white ash (Fraxinus americana)
Oleaceae, the olive family

How to recognize white ash. Getting to ash is easy; it’s a tree with opposite pinnately compound leaves. Carrying on, the leaflets are stalked (eliminate black ash) and the twigs are round (eliminate blue ash), and you end up in the white ash versus green ash circle of confusion. Two things tell you it’s white ash: the upland habitat, and U-shaped leaf scars.

White ash has opposite pinnately compound leaves.

The leaf scars are a good example of an instance in which what we usually think of as winter ID features are helpful in the summer as well. Below, see side-by-side winter twigs of green ash and white ash. White ash is the smiley one.

Ash twigs: green on the left; white in the right.

Where to find white ash. E. Lucy Braun, in The Woody Plants of Ohio (1961, 1989; The Ohio State University Press) tells us that whita ash is “Ranging throughout the Deciduous Forest and Hemlock-White Pine-Northern Hardwoods region.”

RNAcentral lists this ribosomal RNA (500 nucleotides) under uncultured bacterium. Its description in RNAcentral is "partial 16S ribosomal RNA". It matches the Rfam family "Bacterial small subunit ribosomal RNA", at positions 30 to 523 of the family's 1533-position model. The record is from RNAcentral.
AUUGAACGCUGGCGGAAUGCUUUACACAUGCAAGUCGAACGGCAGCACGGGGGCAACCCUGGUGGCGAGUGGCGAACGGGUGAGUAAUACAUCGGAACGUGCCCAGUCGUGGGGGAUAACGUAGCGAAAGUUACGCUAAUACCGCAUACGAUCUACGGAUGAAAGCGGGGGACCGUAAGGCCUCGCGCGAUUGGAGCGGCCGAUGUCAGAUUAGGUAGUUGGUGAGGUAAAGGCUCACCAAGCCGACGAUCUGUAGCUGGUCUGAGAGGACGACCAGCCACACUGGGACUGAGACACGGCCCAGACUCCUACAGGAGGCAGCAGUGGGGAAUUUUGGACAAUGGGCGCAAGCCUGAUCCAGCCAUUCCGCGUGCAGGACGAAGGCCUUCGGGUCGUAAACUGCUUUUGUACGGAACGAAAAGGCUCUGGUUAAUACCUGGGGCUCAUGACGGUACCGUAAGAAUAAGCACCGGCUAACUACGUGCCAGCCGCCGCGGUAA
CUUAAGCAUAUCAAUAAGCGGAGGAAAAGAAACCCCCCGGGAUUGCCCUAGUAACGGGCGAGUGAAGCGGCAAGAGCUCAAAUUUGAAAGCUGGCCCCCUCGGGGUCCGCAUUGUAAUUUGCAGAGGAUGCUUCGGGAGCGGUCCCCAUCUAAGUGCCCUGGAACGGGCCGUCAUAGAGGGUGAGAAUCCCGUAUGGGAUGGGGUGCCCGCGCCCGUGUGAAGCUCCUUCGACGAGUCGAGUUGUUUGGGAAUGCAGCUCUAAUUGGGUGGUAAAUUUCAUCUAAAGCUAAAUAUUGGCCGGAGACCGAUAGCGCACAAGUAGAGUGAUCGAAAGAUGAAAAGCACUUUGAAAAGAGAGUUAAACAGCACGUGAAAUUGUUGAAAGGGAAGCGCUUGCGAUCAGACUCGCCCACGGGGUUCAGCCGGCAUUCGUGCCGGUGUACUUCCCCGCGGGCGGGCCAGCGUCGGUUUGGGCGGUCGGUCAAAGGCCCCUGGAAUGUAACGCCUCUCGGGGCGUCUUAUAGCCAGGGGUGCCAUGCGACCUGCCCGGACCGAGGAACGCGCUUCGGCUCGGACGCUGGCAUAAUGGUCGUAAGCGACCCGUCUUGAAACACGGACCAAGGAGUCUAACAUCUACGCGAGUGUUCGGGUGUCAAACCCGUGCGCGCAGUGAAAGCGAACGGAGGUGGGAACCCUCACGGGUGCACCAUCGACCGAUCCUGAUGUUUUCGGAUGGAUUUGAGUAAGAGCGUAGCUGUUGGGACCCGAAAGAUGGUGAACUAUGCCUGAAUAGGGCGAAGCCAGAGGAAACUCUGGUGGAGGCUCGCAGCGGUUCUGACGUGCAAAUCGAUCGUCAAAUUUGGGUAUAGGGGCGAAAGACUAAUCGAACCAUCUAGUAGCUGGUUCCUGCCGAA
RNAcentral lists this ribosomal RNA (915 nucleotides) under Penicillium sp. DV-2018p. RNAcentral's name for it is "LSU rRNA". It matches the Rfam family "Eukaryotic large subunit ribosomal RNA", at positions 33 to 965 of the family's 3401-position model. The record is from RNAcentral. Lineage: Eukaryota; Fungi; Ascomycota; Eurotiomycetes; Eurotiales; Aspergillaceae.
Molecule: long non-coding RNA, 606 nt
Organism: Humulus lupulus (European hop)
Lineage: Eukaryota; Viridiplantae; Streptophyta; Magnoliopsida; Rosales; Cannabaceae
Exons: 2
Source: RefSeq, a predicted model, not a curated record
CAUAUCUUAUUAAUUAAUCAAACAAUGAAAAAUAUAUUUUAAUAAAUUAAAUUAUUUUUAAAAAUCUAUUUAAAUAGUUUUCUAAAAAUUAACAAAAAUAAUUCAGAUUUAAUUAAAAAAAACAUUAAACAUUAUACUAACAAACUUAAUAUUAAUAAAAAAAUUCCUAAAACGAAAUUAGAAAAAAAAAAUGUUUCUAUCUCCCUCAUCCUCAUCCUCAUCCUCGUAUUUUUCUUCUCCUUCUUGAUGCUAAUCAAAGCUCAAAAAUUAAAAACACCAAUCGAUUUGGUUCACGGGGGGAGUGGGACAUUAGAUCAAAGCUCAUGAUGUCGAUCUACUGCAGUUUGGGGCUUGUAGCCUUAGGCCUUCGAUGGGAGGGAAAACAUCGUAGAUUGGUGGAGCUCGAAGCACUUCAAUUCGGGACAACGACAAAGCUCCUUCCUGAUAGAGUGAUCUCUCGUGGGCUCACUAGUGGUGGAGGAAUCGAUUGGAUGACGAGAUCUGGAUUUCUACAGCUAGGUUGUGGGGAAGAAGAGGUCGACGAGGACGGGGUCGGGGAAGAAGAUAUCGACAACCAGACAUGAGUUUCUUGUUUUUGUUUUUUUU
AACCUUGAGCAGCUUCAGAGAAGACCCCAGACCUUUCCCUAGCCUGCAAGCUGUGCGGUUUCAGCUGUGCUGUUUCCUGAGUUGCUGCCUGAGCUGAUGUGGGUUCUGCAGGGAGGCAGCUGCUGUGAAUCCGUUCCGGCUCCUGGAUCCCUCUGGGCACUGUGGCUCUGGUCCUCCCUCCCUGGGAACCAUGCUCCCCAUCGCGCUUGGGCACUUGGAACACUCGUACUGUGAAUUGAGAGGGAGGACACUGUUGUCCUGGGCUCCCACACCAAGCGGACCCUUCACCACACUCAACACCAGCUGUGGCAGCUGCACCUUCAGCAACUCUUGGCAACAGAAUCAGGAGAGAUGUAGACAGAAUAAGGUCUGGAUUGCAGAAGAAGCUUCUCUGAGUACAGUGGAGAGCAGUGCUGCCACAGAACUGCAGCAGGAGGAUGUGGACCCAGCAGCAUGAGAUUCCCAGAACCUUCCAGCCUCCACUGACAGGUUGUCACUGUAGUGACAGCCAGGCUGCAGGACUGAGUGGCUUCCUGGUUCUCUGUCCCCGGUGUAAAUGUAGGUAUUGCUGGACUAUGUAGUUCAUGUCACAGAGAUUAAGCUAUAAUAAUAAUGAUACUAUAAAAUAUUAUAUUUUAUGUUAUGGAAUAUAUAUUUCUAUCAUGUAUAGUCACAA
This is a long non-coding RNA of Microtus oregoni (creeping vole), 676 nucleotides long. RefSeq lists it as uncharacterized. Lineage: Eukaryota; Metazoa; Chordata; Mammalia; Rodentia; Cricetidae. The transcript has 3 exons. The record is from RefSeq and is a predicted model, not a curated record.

Scanned Image from an Old Book
(Flora of West Virginia, by P.D. Strausbaugh and Earl L. Core)

White ash is on the right.

Ooh ooh, I have a question!

What is the fruit type of ashes (named and described)

Ash fruits are “samaras,” one-seeded dry fruits that have a wing for wind dispersal. 

<-return to main species list (link)
<-return to Wahkeena Nature Preserve